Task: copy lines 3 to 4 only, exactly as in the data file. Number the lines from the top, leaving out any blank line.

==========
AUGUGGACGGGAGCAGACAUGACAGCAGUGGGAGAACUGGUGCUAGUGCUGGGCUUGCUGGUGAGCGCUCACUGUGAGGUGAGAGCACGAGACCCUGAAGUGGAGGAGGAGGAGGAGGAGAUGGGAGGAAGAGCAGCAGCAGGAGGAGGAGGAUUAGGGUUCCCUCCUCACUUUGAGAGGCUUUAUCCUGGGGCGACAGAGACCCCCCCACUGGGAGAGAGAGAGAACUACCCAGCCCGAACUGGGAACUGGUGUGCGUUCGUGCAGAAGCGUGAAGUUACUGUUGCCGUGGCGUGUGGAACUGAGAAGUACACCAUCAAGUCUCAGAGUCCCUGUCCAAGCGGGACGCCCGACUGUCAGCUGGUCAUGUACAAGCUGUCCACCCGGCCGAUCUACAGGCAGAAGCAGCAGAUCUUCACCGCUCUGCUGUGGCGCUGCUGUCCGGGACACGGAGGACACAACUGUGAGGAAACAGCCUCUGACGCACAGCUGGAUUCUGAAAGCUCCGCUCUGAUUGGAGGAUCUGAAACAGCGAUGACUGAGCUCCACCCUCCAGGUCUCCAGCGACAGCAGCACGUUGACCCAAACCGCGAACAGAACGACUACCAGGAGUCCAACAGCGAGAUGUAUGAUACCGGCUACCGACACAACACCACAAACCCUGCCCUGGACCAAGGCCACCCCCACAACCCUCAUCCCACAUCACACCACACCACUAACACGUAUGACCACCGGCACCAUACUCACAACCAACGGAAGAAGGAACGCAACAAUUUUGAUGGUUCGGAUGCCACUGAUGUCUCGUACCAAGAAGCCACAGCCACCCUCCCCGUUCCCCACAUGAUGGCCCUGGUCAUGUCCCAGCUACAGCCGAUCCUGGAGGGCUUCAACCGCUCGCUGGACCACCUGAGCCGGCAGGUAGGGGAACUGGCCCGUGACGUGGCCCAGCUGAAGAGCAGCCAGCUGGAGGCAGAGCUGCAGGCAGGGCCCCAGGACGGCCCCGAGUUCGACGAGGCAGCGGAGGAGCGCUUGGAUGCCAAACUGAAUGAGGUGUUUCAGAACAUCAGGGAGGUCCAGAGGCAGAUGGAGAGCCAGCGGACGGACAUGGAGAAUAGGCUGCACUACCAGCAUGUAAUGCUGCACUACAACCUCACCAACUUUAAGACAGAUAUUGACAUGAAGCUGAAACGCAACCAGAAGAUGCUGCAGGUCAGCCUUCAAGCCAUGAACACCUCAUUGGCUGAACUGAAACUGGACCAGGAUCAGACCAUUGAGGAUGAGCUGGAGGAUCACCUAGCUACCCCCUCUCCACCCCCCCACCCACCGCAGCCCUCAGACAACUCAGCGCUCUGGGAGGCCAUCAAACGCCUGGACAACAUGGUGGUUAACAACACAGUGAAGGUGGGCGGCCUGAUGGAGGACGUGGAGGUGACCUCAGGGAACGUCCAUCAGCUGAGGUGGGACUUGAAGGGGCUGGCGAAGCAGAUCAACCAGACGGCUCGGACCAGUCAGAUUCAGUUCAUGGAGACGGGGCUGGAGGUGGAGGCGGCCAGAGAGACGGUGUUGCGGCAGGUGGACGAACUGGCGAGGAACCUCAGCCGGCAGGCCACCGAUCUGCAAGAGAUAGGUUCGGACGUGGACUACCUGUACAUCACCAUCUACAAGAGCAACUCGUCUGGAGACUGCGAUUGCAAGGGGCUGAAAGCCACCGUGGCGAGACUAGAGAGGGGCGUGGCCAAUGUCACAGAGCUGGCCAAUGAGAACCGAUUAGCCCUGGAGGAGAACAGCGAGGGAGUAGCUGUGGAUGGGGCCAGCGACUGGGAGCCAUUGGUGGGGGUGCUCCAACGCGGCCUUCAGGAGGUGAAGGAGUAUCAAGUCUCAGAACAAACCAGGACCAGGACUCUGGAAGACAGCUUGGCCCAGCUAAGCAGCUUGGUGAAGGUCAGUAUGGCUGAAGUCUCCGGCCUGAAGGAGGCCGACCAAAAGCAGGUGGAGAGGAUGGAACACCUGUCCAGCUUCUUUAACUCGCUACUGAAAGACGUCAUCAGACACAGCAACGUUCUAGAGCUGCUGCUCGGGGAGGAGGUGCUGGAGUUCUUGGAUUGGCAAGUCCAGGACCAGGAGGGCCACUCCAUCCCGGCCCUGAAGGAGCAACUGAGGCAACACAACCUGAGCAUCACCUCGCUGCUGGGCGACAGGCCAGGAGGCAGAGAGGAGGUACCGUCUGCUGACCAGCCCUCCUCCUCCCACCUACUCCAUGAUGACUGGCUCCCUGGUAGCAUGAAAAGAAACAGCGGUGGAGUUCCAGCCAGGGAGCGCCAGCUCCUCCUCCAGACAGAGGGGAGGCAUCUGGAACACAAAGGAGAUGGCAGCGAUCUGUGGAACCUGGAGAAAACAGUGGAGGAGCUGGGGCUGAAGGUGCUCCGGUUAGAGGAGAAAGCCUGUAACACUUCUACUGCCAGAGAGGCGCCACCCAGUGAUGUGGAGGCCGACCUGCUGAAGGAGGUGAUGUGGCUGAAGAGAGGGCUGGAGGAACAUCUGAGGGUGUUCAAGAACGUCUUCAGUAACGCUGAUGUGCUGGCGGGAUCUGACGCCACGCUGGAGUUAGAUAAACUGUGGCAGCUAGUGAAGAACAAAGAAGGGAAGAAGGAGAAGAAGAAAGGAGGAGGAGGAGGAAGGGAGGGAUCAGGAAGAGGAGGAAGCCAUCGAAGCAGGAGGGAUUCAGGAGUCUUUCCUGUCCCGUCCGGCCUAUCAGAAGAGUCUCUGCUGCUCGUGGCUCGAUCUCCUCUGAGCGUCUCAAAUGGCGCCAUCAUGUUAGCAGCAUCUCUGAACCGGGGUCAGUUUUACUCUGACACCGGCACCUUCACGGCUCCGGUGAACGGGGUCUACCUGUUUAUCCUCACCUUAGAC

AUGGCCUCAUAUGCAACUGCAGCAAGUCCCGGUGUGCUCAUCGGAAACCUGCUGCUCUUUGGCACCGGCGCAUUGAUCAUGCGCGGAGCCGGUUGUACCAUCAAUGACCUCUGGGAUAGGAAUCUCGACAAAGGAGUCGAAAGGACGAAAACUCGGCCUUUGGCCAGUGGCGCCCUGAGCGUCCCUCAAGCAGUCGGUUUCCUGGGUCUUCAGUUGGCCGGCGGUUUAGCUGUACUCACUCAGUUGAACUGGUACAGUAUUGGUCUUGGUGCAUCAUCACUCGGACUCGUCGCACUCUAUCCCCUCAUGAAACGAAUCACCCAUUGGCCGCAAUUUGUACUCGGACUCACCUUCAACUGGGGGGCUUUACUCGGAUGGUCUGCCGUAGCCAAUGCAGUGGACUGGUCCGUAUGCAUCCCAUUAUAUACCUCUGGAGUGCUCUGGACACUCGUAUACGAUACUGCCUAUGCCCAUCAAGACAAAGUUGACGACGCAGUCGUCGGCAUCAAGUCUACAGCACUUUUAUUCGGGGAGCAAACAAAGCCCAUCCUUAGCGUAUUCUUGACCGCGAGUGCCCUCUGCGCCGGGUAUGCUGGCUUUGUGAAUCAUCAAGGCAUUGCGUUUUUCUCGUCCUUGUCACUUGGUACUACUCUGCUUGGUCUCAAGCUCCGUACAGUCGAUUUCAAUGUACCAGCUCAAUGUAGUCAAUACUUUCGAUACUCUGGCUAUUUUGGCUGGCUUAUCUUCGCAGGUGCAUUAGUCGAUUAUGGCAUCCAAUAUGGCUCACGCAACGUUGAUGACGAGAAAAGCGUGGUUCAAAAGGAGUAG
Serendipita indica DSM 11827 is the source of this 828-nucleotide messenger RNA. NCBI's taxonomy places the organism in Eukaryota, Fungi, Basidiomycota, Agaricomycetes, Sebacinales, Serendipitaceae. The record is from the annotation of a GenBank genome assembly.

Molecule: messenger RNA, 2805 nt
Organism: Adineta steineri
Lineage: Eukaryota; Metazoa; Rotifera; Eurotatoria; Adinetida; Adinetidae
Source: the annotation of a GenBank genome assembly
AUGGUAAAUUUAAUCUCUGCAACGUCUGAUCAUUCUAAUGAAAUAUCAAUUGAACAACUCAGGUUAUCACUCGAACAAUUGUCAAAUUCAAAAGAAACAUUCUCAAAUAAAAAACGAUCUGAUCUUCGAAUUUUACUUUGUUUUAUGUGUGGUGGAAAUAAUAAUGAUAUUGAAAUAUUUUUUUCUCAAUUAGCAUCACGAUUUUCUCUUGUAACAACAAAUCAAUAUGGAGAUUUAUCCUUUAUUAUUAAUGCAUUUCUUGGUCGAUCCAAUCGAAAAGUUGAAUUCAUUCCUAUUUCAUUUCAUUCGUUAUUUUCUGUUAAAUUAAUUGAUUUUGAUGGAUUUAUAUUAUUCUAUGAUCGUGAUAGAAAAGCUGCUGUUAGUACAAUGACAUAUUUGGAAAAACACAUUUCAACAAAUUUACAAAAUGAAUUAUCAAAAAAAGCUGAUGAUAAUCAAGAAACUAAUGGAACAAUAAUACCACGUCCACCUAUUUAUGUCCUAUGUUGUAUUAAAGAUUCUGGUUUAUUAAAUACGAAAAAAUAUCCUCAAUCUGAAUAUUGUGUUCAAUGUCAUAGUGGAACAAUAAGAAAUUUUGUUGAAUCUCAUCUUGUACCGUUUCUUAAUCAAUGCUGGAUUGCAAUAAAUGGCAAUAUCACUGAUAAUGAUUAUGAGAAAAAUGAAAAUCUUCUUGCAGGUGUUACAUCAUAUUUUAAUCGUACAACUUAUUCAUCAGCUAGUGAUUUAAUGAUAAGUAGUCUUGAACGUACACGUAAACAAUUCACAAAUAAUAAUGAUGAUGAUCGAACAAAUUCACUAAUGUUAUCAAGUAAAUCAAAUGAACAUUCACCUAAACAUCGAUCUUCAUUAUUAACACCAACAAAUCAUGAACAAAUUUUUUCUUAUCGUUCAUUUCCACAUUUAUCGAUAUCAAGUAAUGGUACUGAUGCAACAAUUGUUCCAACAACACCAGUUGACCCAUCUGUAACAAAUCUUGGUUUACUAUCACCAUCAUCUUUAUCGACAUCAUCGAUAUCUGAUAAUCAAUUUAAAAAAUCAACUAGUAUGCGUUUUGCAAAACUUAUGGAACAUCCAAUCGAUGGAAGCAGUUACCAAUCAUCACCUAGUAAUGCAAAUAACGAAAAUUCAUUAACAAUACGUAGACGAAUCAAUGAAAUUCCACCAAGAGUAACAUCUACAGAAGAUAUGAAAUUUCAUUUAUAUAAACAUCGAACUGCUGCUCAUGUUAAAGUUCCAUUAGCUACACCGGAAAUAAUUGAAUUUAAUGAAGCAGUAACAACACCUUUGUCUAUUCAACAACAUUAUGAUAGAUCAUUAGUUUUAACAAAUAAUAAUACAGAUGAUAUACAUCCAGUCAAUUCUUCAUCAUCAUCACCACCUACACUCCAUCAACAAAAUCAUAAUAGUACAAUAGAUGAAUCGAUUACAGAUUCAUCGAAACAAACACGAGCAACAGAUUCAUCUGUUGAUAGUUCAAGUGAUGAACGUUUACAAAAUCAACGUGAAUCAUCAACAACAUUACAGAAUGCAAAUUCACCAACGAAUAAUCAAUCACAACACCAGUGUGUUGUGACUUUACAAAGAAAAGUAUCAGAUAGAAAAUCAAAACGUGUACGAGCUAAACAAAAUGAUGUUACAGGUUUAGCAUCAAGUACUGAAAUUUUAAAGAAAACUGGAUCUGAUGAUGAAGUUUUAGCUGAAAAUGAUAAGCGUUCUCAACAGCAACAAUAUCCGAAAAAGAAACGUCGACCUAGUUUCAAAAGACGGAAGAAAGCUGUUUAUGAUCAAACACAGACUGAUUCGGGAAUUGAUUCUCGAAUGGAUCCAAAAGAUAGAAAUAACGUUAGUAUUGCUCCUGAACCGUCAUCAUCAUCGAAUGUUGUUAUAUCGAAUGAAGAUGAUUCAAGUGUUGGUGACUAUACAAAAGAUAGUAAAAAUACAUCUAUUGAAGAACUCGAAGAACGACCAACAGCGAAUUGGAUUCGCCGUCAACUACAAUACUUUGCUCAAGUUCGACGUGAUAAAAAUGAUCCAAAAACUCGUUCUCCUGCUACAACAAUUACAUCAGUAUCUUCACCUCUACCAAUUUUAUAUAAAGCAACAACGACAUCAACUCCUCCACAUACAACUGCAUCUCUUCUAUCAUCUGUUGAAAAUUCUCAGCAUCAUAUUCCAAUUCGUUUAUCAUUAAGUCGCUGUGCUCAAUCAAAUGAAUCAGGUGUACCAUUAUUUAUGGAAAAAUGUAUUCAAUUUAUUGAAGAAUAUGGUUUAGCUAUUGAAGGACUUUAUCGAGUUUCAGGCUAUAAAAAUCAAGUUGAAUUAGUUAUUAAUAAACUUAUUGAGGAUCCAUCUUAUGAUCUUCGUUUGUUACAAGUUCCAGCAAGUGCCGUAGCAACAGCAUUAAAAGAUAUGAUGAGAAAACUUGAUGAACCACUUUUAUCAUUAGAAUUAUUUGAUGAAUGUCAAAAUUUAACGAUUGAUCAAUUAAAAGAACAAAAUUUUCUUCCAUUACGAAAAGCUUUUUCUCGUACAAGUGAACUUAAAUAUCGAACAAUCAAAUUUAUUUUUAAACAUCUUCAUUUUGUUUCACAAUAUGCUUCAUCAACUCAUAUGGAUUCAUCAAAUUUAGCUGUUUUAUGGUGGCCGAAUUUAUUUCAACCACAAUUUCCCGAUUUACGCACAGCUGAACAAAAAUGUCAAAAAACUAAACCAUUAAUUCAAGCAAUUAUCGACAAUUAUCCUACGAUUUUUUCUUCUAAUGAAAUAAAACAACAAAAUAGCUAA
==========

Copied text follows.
Serendipita indica DSM 11827 is the source of this 828-nucleotide messenger RNA. NCBI's taxonomy places the organism in Eukaryota, Fungi, Basidiomycota, Agaricomycetes, Sebacinales, Serendipitaceae. The record is from the annotation of a GenBank genome assembly.

Molecule: messenger RNA, 2805 nt